Caffeine is the most widely used psychostimulant in Western countries, with antioxidant, anti-inflammatory and anti-apoptotic properties. In Alzheimer's disease (AD), caffeine is beneficial in both men and women, in humans and animals. Similar effects of caffeine were observed in men with Parkinson's disease (PD); however, the effect of caffeine in female PD patients is controversial due to caffeine's competition with estrogen for the estrogen-metabolizing enzyme, CYP1A2. Studies conducted in animal models of amyotrophic lateral sclerosis (ALS) showed protective effects of A2A R antagonism. A study found caffeine to be associated with earlier age of onset of Huntington's disease (HD) at intakes >190 mg/d, but studies in animal models have found equivocal results. Caffeine is protective in AD and PD at dosages equivalent to 3-5 mg/kg. However, further research is needed to investigate the effects of caffeine on PD in women. As well, the effects of caffeine in ALS, HD and Machado-Joseph disease need to be further investigated. Caffeine's most salient mechanisms of action relevant to neurodegenerative diseases need to be further explored.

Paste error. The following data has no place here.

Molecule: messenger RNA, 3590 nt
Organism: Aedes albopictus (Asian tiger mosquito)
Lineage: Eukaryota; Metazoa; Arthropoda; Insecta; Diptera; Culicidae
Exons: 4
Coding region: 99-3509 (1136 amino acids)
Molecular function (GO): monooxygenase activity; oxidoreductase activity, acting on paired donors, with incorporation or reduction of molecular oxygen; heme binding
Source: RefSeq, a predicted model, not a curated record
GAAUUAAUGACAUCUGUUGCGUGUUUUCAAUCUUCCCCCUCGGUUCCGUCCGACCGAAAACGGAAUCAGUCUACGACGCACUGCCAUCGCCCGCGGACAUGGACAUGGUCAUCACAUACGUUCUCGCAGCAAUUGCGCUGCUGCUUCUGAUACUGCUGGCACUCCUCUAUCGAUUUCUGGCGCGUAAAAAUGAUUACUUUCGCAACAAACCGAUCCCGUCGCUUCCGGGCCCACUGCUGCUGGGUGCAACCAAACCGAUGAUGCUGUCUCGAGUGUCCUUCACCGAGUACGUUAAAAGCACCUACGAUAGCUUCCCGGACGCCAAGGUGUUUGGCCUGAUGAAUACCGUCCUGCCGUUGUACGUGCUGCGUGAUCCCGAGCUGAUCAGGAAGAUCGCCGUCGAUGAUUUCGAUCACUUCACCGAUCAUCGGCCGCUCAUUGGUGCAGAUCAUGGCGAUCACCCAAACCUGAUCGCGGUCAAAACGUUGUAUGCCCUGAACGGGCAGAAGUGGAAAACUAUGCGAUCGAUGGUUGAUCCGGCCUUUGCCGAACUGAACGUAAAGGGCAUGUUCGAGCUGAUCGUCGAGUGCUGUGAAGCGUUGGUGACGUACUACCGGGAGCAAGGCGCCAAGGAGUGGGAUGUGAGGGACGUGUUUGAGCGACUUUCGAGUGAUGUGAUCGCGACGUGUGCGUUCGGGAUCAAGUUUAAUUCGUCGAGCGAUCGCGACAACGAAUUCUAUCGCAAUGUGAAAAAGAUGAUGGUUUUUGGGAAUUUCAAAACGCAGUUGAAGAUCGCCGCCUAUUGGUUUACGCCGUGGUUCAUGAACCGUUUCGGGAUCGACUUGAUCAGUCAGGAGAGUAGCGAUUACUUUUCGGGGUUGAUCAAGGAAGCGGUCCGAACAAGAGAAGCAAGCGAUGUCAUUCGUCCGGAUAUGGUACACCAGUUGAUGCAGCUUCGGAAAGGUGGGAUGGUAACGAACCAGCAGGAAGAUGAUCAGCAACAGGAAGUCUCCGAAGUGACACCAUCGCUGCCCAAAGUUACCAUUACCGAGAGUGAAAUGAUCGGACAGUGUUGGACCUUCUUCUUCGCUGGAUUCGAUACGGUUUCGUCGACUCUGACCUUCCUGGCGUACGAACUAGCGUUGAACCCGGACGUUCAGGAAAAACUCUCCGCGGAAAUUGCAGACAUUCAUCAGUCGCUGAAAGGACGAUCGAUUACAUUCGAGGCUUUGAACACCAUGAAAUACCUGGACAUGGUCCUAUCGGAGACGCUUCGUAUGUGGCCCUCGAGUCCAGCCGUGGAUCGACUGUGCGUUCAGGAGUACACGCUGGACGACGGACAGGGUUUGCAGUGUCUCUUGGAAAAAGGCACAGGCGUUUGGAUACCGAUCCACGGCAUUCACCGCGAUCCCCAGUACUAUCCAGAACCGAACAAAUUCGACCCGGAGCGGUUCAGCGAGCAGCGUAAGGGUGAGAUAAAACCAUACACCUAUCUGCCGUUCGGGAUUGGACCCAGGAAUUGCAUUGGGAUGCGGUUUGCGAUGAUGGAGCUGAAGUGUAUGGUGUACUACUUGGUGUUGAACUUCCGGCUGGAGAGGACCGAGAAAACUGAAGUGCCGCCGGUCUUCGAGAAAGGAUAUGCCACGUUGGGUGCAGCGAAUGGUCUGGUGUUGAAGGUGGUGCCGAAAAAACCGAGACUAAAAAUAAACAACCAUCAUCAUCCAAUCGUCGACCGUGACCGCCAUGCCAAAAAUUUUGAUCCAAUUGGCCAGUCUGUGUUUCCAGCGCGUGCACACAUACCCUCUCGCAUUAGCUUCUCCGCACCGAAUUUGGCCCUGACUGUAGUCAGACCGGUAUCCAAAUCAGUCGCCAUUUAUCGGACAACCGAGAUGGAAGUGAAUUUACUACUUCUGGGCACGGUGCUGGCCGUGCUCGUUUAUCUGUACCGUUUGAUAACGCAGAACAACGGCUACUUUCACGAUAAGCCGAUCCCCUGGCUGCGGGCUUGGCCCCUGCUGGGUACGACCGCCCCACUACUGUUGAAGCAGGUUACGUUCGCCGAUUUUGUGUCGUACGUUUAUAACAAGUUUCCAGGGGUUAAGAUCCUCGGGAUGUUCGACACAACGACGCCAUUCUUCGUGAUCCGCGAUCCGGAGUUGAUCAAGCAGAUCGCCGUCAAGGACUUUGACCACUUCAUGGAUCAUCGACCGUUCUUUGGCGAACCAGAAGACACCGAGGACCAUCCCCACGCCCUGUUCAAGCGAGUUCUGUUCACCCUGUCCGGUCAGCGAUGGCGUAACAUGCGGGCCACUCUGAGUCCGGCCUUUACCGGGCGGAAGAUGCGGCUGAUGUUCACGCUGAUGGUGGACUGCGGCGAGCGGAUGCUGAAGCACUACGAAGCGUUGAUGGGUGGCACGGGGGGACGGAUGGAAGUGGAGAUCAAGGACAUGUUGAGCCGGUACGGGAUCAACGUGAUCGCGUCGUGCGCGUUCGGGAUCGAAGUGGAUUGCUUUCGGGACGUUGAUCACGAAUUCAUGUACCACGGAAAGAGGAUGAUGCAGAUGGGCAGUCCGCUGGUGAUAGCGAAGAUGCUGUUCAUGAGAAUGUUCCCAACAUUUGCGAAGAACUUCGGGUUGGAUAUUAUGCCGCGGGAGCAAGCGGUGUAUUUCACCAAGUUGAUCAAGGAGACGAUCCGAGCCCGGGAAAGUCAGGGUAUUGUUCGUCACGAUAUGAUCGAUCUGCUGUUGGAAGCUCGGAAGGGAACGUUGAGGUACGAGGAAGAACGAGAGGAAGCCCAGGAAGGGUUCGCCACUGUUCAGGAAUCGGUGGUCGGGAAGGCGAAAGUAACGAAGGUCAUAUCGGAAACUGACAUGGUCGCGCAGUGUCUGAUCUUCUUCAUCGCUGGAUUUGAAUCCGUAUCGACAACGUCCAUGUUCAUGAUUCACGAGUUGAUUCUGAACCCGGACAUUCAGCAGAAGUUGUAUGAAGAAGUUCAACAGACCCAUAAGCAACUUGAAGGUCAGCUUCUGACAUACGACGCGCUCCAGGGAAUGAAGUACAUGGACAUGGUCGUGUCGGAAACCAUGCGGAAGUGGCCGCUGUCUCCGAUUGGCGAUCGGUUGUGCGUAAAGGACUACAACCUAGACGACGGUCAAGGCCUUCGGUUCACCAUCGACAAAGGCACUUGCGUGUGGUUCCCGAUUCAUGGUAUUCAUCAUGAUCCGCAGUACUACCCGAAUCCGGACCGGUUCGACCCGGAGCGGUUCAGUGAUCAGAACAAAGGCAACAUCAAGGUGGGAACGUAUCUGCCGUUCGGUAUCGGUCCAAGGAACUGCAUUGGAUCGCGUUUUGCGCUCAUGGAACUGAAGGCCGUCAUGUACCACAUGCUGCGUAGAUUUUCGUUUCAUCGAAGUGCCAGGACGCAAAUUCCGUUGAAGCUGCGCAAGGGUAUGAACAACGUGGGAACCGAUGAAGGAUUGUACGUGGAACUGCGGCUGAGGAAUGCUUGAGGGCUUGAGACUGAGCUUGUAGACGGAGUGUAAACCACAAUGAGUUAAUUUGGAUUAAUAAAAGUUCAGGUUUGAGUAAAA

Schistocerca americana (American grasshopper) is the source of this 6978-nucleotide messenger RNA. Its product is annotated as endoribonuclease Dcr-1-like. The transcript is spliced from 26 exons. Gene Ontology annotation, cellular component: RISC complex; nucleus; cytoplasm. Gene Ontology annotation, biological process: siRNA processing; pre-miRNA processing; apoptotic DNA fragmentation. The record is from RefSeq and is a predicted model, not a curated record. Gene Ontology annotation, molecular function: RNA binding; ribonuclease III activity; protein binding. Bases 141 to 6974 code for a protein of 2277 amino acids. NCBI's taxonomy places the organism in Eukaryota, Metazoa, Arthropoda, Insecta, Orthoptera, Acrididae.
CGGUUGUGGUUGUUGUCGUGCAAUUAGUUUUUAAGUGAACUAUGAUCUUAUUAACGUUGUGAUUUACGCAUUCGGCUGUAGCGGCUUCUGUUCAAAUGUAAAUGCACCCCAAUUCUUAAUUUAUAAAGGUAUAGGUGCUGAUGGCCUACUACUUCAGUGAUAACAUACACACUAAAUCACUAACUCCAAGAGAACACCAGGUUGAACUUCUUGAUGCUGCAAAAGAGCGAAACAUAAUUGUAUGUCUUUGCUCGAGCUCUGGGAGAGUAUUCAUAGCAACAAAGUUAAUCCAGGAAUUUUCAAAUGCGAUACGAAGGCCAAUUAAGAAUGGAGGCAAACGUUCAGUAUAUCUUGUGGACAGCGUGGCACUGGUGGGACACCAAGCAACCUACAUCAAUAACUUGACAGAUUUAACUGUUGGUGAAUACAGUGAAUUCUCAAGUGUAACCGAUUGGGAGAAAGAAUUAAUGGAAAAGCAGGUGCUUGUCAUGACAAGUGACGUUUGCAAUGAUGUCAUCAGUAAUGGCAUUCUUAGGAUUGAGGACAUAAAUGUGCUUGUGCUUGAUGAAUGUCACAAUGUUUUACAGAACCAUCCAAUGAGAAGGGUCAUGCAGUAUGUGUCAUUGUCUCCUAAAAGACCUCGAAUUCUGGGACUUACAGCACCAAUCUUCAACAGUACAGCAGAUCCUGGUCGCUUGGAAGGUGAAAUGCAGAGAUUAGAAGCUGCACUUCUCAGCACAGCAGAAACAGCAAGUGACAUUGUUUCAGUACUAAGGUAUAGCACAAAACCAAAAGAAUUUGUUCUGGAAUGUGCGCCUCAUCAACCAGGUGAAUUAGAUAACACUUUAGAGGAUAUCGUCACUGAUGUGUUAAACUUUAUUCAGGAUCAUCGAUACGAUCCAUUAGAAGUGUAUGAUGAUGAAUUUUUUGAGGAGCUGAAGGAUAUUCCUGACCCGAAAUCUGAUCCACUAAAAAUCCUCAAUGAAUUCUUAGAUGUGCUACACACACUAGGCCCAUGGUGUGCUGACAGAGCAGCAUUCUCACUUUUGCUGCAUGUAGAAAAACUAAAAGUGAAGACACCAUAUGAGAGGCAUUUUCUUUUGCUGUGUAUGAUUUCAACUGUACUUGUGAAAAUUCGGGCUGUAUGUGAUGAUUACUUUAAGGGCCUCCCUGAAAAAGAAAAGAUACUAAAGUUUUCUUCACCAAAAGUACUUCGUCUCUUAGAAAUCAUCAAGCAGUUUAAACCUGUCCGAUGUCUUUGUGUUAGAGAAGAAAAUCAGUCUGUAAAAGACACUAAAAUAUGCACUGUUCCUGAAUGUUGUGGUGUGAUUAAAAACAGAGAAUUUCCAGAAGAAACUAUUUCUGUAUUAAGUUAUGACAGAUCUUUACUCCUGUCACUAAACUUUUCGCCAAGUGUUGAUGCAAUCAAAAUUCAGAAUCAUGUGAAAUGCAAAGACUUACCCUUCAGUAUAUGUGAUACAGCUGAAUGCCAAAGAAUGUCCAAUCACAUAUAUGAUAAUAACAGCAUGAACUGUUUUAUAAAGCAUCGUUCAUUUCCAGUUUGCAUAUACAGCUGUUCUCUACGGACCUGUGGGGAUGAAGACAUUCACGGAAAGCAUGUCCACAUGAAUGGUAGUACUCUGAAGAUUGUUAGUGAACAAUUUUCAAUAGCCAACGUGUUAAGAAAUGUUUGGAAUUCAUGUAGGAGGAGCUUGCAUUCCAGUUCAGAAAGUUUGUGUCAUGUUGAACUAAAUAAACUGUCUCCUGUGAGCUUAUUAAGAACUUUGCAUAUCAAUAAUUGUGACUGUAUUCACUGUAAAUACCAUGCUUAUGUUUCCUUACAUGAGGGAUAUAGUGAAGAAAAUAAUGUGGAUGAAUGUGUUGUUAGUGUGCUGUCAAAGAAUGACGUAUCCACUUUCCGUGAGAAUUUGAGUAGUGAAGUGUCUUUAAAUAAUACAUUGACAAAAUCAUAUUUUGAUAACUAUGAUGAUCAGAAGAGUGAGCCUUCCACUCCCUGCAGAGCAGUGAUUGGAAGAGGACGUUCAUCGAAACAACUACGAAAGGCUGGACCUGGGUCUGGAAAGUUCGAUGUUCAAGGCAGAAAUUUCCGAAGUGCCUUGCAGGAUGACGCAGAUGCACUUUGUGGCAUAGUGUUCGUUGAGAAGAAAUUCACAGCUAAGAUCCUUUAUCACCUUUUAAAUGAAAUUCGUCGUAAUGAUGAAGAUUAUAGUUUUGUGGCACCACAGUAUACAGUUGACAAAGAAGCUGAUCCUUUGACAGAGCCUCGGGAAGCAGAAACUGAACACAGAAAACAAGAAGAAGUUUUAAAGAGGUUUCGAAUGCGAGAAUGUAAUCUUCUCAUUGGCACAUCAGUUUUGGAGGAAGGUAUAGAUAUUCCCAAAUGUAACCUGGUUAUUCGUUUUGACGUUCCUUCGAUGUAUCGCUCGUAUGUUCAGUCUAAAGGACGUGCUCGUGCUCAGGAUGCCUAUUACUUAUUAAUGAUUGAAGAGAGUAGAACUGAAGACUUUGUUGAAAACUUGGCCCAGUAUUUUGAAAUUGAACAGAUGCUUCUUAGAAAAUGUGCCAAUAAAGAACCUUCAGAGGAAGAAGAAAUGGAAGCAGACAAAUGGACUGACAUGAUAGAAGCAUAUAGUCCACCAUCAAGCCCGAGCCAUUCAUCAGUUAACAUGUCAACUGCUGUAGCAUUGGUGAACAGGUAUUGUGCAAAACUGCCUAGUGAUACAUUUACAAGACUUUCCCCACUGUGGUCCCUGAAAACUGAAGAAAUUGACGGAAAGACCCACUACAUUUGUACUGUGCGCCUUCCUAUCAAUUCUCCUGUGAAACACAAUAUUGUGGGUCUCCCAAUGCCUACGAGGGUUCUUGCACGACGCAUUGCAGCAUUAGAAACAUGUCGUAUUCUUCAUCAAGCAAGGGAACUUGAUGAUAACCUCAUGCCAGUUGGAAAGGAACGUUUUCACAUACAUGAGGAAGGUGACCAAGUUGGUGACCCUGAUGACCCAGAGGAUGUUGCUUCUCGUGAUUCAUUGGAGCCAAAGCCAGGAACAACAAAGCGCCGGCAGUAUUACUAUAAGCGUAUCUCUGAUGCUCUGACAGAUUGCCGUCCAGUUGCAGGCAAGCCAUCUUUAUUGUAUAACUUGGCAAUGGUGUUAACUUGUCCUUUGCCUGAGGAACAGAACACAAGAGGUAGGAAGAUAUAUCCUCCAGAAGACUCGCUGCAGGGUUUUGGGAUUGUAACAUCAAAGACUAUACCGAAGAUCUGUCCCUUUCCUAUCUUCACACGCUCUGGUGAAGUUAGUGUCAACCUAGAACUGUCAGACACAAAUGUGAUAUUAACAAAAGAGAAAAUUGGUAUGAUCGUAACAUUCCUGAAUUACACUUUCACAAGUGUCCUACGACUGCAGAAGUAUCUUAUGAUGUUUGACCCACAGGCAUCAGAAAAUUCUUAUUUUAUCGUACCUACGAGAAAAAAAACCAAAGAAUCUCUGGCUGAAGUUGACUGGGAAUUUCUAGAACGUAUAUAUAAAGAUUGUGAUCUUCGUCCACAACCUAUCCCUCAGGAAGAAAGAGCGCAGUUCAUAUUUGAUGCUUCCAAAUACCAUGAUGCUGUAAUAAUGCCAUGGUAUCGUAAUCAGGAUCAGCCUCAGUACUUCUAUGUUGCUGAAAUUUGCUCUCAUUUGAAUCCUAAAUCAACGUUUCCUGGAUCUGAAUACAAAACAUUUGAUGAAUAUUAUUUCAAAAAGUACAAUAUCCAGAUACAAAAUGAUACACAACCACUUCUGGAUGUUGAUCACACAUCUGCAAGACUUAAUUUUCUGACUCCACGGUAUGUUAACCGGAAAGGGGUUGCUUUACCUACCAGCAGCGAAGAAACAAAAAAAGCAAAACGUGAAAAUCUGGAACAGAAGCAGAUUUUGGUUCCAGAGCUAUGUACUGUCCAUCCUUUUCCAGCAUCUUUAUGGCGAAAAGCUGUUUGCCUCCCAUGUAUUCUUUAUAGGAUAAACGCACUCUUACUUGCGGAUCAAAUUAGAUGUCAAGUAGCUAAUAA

Keywords: Alzheimer disease; Huntington disease; Parkinson disease; adenosine receptor; amyotrophic lateral sclerosis; caffeine; dosage; neurodegenerative disease; neuroprotection.
© 2017 John Wiley & Sons Ltd.